May 30, 2001

There will be no changes to the Neighborhood Schools Act during the remaining days of the General Assembly's current session, Representative Wayne Smith declared. "There's no need for any changes. The law is the law and things are going to happen," he said.

Next step in the process of converting the four northernmost school districts in New Castle County to grade configurations and attendance patterns similar to what existed before federal court ordered consolidation to achieve racial desegregation in the late 1970s will be for the districts to come up with plans to submit to the state Board of Education by November.

Smith, who was prime sponsor of the law and is leader of the Republican majority in the state House of Representatives, said that deadline will be neither changed nor waived.

The big difference, of course, is that there will still be four districts. No one has proposed going back to the multiplicity of districts which once existed. There also will no Wilmington school district.

While Smith said that the proposal of City Council and recommendation of the Wilmington Neighborhood Schools Committee to establish a district consisting entirely of charter schools "could be the basis for further discussions," no one in Dover is likely to do anything to further that innovative idea.

"There's not a whole lot of support for it," Smith said.

He said the fact that Mayor James Baker vetoed the ordinance Council passed unanimously as the vehicle for forwarding its proposal to Dover had no significant effect on its fate. Some observers have felt that sent a signal that leadership in the city was split on the issue.

More to the point, Smith indicated, was the fact the city proposal arrived as part of a package which also called for the Christina and Colonial districts to give up their city presence and for dividing administration of schools in Wilmington between Brandywine and Red Clay. Although the school boards in neither district took any action, or even official notice, of the proposal, Smith said both districts made it clear they were unalterably opposed to that kind of redistricting.

Lack of any strong push for the plan by legislators representing the city also contributed to sealing its fate, he said.

While the charter school concepts could have been separated from the overall plan, Smith said that proposal came to Dover "without enough details." He stopped short of saying the plan was unworkable but did say that specifics for implementing and governing it would have to be presented before it can receive serious Assembly consideration.

"If there is any desire to pursue [the idea], I would be happy to talk about it," he said.

The fact that the schools committee and City Council spent the better part of the year discussing the future of public education in Wilmington only to have the Assembly apparently poised to ignore its recommendations is not a valid criticism, Smith maintained. "They didn't really respond directly to what was asked of them in [the law]," he said. In setting up the advisory commitee and providing a process for the city to weigh in on its implementation, the intent of the law was to address 'governance' of city schools, he said.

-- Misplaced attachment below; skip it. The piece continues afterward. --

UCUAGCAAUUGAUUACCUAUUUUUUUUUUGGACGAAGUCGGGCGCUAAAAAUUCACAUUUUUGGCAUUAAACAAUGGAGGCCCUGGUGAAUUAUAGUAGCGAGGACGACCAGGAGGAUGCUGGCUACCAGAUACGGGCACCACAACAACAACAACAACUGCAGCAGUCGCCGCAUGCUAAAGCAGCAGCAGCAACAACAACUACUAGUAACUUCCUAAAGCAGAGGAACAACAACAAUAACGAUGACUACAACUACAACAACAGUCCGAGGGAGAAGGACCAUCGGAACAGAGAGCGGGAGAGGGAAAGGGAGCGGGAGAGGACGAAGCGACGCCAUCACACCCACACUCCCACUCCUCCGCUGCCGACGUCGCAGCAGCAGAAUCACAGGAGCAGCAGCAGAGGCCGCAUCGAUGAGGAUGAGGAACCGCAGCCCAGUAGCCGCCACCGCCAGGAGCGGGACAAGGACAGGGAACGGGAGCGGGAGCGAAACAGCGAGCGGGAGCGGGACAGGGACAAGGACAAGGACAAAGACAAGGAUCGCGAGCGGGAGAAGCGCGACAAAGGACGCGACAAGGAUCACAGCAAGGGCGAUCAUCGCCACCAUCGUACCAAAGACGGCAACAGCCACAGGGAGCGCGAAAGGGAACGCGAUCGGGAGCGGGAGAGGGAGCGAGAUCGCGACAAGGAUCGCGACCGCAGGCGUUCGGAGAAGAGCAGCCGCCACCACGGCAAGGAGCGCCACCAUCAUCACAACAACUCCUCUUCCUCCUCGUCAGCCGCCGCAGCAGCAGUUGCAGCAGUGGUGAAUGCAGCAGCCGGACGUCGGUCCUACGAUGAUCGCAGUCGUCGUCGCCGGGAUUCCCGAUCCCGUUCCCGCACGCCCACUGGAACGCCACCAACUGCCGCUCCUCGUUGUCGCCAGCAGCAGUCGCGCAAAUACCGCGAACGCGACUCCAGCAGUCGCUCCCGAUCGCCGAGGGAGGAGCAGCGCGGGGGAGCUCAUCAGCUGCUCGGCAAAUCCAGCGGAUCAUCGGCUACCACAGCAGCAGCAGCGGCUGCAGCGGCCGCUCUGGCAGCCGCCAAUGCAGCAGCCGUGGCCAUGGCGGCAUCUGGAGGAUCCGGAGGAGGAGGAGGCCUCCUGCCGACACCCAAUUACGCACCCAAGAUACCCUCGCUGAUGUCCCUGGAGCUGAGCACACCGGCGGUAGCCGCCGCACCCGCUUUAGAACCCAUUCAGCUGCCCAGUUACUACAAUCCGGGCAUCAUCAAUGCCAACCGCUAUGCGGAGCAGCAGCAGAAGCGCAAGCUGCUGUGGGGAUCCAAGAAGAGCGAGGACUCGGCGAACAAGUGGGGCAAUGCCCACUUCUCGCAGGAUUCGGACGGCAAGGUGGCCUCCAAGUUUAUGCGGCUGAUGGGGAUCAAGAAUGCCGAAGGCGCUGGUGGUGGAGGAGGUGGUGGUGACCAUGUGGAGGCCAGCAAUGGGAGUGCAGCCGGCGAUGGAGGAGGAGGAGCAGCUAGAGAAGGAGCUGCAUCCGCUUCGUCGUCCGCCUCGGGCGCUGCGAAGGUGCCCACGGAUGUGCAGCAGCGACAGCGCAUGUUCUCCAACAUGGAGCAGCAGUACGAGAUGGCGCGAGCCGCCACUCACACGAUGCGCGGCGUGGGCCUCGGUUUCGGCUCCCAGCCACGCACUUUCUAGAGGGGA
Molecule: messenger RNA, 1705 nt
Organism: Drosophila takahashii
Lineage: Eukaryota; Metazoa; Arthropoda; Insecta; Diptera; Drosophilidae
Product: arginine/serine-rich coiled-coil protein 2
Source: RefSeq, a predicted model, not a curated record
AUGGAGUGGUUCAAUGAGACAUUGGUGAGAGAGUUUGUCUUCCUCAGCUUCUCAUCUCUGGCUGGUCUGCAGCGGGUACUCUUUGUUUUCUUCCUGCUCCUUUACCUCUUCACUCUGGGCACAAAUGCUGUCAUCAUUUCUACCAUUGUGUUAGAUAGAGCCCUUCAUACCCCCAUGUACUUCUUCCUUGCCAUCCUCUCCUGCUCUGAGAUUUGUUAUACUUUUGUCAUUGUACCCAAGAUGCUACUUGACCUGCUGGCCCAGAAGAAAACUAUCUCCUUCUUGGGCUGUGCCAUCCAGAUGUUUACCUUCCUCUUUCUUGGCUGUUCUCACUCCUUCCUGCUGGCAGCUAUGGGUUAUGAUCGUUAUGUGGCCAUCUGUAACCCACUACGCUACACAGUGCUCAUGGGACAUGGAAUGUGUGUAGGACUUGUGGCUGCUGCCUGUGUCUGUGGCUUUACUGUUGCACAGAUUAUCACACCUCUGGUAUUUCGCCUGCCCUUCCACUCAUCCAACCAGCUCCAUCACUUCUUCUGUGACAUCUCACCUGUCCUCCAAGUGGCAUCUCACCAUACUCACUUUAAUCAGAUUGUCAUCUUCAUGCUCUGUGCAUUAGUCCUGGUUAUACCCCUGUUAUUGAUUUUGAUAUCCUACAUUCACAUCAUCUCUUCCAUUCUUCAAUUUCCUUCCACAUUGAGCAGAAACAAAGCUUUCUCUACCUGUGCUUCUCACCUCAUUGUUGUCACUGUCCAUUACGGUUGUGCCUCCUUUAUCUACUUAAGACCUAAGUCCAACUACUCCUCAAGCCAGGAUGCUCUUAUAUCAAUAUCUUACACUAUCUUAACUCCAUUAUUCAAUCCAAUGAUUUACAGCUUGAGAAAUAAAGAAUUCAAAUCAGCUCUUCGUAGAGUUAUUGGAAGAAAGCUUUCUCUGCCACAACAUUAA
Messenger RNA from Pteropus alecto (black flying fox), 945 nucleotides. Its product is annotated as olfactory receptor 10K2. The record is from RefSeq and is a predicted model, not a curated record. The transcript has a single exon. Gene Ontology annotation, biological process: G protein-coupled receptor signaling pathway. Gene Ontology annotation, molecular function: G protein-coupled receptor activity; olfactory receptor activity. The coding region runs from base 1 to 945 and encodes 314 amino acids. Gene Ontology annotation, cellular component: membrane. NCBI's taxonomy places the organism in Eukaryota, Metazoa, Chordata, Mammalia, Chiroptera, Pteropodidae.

In essence, the city was asked if it wanted to return to having its own school district. Since both the committee and City Council rejected that idea, the Assembly by preserving the present four-district arrangement is complying with its desire.

Participation by former Mayor James Sills in the bill-signing ceremony indicated city support for the opportunity to be heard on that basic issue, Smith maintained. The law would have been enacted without providing that opportunity.

It is clear, he added, that requiring districts which had shown no great interest in doing so after the federal court desegregation order was lifted to go back to assigning students to schools closest to their homes has overwhelming public support he said.

Smith said the recent decisive defeat of Brandywine school board member Robert Blew in his bid for election to a second term mirrored that support. Smith's premise in that regard is that Blew and other members of the Brandywine board are out of sync with their constituents in continuing to object to previsions of the law. Smith's representative district is in Brandywine Hundred.

Be that as it may, the lawmaker said, the district must submit a plan to the state Board of Education and the law provides that, if the plan is not acceptable, Delaware Department of Education will craft and impose a plan.

Smith refuted arguments that districts will incur extensive costs to implement the law. The $1,250,000 that it appropriates to each district will be sufficient, he said. "They will end up with the same number of students to educate in the same number of buildings."

© 2001. All rights reserved.

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